Anyone who uses machine tools to modify or make parts as a profession is a machinist. However, a person who has been properly trained to become a machinist can do much more. A qualified machinist should be able to use CNC (Computer Numerical Control) to execute his/her duties. CNC refers to the process of using computers to control machines. It’s the automation of machine tools via machine control commands to execute pre-programmed sequences.

What Does a Machinist Do?

The terms CNC manufacturing, CNC automation, and CNC machining all allude to the use of Computer Numerical Control (CNC) via programming to increase quality and consistency of the product. A machinist can operate a wide range of machinery in the creation of parts and products that are usually very specific. Machinists operate specialized tools to create precision metal parts. They repair, modify, and fabricate mechanical equipment.

A normal day in the life of a machinist includes:

– The use of manual and computer controlled machinery i.e. operate, set up, and program the CNC Machinery

– Making sure that the machinery is properly maintained.

– Operating tools such as grinders, milling machines, etc.

– Calculating where to bore or cut using the right tools for each job.

To become a machinist, it’s good to complete a training program in one of the US manufacturing schools, or better still, one of the most reputable mechanical engineering schools in the land. Keep in mind that formal training is not a must – there a lot of self-taught machinists out there, but it’s strongly suggested that you acquire some form of formal training to effectively and safely discharge your duties. Courses like mechanical engineering include a pretty comprehensive machining training program. Many businesses with interests in manufacturing in the US do hire machinists.

Types of Machinists

Primarily, there are three types of machinists. They are operating machinists, set up machinists, and programming machinists. An operation machinist is responsible for the day to day functioning of the machines – they are the operators. Set up machinists are tasked with the job of making sure that everything is in working order. They are in charge of monitoring the equipment, adjusting offsets, and performing other tasks needed to maintain smooth operations. Some machinists specialize in writing CNC programs and modify existing programs in response to glitches encountered during test runs. These machinists are known as programming machinists.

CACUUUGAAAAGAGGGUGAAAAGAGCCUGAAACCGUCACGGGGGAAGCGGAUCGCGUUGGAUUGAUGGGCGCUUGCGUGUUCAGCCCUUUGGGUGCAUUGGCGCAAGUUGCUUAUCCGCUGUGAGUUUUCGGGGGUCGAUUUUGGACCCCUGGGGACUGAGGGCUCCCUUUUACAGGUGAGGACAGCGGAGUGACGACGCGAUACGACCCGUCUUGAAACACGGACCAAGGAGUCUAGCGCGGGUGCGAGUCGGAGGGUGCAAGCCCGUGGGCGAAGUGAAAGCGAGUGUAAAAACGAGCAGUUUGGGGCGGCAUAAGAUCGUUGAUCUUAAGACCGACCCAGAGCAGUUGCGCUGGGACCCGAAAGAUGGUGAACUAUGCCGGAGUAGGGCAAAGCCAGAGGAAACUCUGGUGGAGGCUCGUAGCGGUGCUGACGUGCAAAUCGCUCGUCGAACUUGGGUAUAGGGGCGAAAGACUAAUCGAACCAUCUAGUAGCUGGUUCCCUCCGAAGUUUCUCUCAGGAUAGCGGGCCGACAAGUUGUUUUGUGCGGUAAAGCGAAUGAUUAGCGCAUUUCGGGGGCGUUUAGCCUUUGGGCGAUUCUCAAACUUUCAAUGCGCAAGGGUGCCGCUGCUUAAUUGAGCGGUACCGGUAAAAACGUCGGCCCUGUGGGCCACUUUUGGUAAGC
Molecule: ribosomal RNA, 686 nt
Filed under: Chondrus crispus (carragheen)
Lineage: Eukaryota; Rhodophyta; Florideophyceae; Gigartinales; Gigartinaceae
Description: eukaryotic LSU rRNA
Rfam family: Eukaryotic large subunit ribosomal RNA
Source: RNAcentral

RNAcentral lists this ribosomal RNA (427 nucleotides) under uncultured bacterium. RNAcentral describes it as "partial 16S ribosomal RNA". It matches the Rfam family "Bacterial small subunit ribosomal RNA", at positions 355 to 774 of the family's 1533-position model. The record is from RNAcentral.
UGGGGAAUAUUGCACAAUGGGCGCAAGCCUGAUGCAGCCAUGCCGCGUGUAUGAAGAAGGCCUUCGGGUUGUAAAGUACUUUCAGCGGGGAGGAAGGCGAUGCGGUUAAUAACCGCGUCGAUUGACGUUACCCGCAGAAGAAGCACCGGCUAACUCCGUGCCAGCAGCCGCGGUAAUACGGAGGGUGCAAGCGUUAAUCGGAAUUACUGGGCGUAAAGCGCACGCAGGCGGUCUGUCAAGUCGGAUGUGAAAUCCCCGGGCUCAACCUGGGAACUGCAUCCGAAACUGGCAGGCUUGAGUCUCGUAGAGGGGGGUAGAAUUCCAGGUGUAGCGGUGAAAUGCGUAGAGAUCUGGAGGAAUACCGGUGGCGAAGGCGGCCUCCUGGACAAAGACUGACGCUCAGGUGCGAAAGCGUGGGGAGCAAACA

Becoming a Machinist

As stated earlier in the article, to become a professional machinist, it’s prudent to acquire proper training and certification. If it’s possible, its best to start preparations to become a machinist early. In their training, machinists get several years of technical instruction and on-site training. Training can be acquired via community or technical colleges, vocational schools, and apprenticeship programs. Often, you will be required to have a high school diploma.

Typically, becoming a machinist takes between 1 to 2 years for entry level roles including a minimum of 8 weeks of technical training and over 1,500 hours of on the job training each year. Here’s what you need to do to become a machinist in the United States:

– Enrol for preparatory classes. A high school diploma is the minimum requirement to becoming a machinist. You can get the necessary training — in this case, a degree, usually taking up to two years — from a technical college

– Complete a formal apprenticeship. You can work with a local manufacturer, local union, or your school to look for available opportunities. An apprenticeship is an entry level position where you can stay for a year or two — depending on your training and tenacity — before moving up to an operator position.

– Get NIMS certification. A National Institute for Metalworking Skills (NIMS) certification isn’t a requirement, but its recommended for aspiring machinists. After completing your apprenticeship, get one of those. You will be required to sit for a performance-based written and practical exam to get certification.